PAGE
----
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Dr Kate Lawrence

Senior Lecturer - Psychology

Dr Kate Lawrence

About Research

Tel: 020 8240 4354


Dr Lawrence is a Senior Lecturer in Psychology at St Mary’s University, Twickenham. Kate’s research specialises in neurodevelopmental disorders with a particular focus on Nutritional Psychology. Her current research explores dietary and microbiome influences on mental health and cognitive function. She holds a first-class BA in Psychology from the University of Oxford and was awarded her PhD in Developmental Cognitive Neuroscience from UCL whilst working at Great Ormond Street Hospital and the Institute of Child Health. Kate is a Fellow of the Higher Education Academy (HEA).

She has published over 30 peer-reviewed articles in scientific journals, lectures widely on her research, and is a reviewer for numerous academic journals. Kate is also enthusiastic about the public communication and dissemination of science. Since 2017, she has worked as a Research Editor for the British Association of Nutritional and Lifestyle Medicine, Nutritional Evidence Database (NED). She formerly worked as a research editor for Foods Matter, has written for a children’s science journal, and regularly gives talks to patient support groups and schools. She enjoys the challenge of applying science in multidisciplinary teams and has recently joined the Scientific Advisory Board for Chuckling Goat.


Kate teaches on the Psychology BSc and Chronic Disease Management MSc. She also supervises dissertations at PhD, MSc, MRes, and BSc level.

Kate teaches these modules:

  • Psychopathology and Deviant Behaviour
  • Everyday Psychology
  • Research Methods
  • Health Psychology
  • Behaviour Change.


Research profile

Kate is actively engaged in interdisciplinary research, combining the fields of psychology, nutrition, genetics, and neuroscience to understand psychological function and impairments across the life course. She specialisies in neurodevelopmental disorders, with a particular interest in socio-emotional development and the influence of nutrition on mental health and cognitive function.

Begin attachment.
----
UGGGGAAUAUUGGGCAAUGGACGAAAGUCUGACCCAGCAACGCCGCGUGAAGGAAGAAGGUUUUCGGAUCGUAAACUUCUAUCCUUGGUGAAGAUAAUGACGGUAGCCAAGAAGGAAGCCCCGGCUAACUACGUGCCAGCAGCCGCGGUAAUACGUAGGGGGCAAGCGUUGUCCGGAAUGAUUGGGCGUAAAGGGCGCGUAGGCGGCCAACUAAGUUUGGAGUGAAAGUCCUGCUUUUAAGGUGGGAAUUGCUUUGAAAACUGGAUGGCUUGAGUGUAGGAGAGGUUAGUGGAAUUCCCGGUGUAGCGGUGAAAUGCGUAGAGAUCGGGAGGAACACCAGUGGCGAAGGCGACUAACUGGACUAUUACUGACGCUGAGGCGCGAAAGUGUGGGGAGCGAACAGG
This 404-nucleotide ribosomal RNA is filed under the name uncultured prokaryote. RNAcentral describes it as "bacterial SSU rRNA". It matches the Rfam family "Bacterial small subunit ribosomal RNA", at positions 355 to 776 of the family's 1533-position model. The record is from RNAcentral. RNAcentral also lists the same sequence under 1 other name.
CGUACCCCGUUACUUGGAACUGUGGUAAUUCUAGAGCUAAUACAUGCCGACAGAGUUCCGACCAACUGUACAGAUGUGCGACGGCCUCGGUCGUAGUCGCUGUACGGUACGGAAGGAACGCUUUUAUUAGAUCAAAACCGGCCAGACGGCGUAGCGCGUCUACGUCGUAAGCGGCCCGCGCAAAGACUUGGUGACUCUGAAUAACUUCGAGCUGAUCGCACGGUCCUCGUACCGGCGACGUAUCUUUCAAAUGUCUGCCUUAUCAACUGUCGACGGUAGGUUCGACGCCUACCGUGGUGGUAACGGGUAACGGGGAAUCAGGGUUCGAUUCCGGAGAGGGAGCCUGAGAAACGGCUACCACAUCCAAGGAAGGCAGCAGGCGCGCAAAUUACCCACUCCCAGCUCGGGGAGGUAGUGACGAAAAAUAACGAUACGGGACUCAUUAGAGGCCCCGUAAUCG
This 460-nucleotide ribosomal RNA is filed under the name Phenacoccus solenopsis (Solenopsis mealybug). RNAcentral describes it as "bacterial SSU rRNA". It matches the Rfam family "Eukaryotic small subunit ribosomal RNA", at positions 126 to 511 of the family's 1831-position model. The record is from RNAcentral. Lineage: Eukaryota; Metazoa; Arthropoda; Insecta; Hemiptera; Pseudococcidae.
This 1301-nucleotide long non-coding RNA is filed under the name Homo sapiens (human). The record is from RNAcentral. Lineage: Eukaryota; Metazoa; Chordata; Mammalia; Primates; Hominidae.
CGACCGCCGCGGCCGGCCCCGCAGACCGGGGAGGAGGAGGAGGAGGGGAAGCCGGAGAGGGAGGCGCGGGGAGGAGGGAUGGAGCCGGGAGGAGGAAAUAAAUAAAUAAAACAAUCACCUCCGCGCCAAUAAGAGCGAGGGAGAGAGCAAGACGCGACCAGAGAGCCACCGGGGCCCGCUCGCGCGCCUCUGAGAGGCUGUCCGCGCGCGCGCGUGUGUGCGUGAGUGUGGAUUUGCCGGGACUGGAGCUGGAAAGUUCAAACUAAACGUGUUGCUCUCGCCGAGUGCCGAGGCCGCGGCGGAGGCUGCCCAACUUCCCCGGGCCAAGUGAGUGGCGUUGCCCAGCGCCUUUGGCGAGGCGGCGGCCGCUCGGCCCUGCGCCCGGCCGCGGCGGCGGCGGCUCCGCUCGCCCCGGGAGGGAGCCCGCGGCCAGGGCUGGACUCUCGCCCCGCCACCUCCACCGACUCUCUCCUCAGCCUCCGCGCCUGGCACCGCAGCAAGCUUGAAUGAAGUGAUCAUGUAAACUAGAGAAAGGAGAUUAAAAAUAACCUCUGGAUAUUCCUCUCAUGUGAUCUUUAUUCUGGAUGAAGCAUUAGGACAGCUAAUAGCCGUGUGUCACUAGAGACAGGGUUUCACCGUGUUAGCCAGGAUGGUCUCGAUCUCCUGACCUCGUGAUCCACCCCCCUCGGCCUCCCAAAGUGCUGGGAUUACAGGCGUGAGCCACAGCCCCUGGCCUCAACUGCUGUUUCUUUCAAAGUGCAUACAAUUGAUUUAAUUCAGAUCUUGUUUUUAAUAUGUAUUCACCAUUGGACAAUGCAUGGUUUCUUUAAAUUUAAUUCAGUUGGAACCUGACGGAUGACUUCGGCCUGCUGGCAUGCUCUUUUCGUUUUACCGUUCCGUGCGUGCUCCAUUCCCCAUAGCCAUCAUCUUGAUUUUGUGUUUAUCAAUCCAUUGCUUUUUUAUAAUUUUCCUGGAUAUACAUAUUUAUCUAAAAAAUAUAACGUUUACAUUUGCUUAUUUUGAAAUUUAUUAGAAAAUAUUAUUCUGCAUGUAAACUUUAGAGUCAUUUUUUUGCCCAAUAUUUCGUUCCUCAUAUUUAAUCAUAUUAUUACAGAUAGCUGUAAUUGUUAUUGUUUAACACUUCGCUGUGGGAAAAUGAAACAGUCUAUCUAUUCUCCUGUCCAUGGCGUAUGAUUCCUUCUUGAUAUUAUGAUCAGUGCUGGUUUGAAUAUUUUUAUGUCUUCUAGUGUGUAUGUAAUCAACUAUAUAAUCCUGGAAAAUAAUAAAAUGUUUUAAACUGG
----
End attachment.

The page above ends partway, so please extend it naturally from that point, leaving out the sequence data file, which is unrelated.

Publication metrics

  • Total indexed publications 37
  • H-index 20
  • Sum of times cited 2161
  • Average citations per item 58

(Retrieved from Google Scholar, 3rd May 2023)

Grant funding and current projects

Recent external grants awarded as Principal Investigator for research exploring dietary interventions in children with ADHD and autism.

  • 13th December 2022 - The Waterloo Foundation - £6,413.64
  • 15th December 2022 - UK Research & Innovation - £11,300
  • 21st June 2021 - The Waterloo Foundation – £15,966.00
  • 20th November 2020 - The Strategic Priorities Fund at St Mary’s - £11,000
  • 28th June 2018 - The Waterloo Foundation - £60,000

Recent grants awarded as Co-Investigator for research exploring the motor signature of autism.

  • 2022-2023
  • UK Research & Innovation - £1,250
  • QR Fund - £1,000
  • SWIFT Seed Fund - £1,000

Selected publications

For a full list, please view Kate's Google Scholar profile.

Selected presentations

  • ‘Diet and nutrition: impact on behaviour, cognition and sleep in ADHD’ Lambeth ADHD Support Group, London (Feb 2023).
  • ‘The microbiome and mental health: A therapeutic option for children with ADHD?’ Keynote speaker, The British Association for Nutrition and Lifestyle Medicine (BANT) annual conference (March 2019).
  • ‘The microbiome and mental health’ The Royal Society of Medicine. CPD day for GPs, Psychiatrists and medical practitioners – The Microbiome: manipulations, application and reaction. (June 2018).
  • ‘A family study of genetic susceptibility to autistic traits’ ‘Nancy Lurie Marks Family Foundation Autism symposium on Autism Susceptibility Genes’ Hotel Commonwealth, Boston, MA, USA (Sept 2005).
  • ‘Genetic influences on socio-cognitive processing’ Centre for Brain and Cognitive Development, Birkbeck college, London (May 2003)
  • ‘Impaired processing of direction of gaze in Turner syndrome’. Experimental Psychology Society Annual Conference, Cambridge (July 2002).
  • ‘X-linked genes influence social cognition and amygdala development’ Wellcome Department of Cognitive Neurology, London (June 2002).
  • ‘Impaired processing of direction of gaze in Turner syndrome – evidence for amygdala dysfunction’. Cognitive Neuroscience Society Annual conference, San Francisco, USA (April 2002).
  • ‘X-linked genes influence amygdala development and social cognition’ National Institute of Mental Health, Bethesda, Maryland, USA (April 2002).
  • ‘How to measure quality of life in children’. International Symposium - Quality of Life in Patients with Endocrine Diseases, Buenos Aires, Argentina (August 1998).

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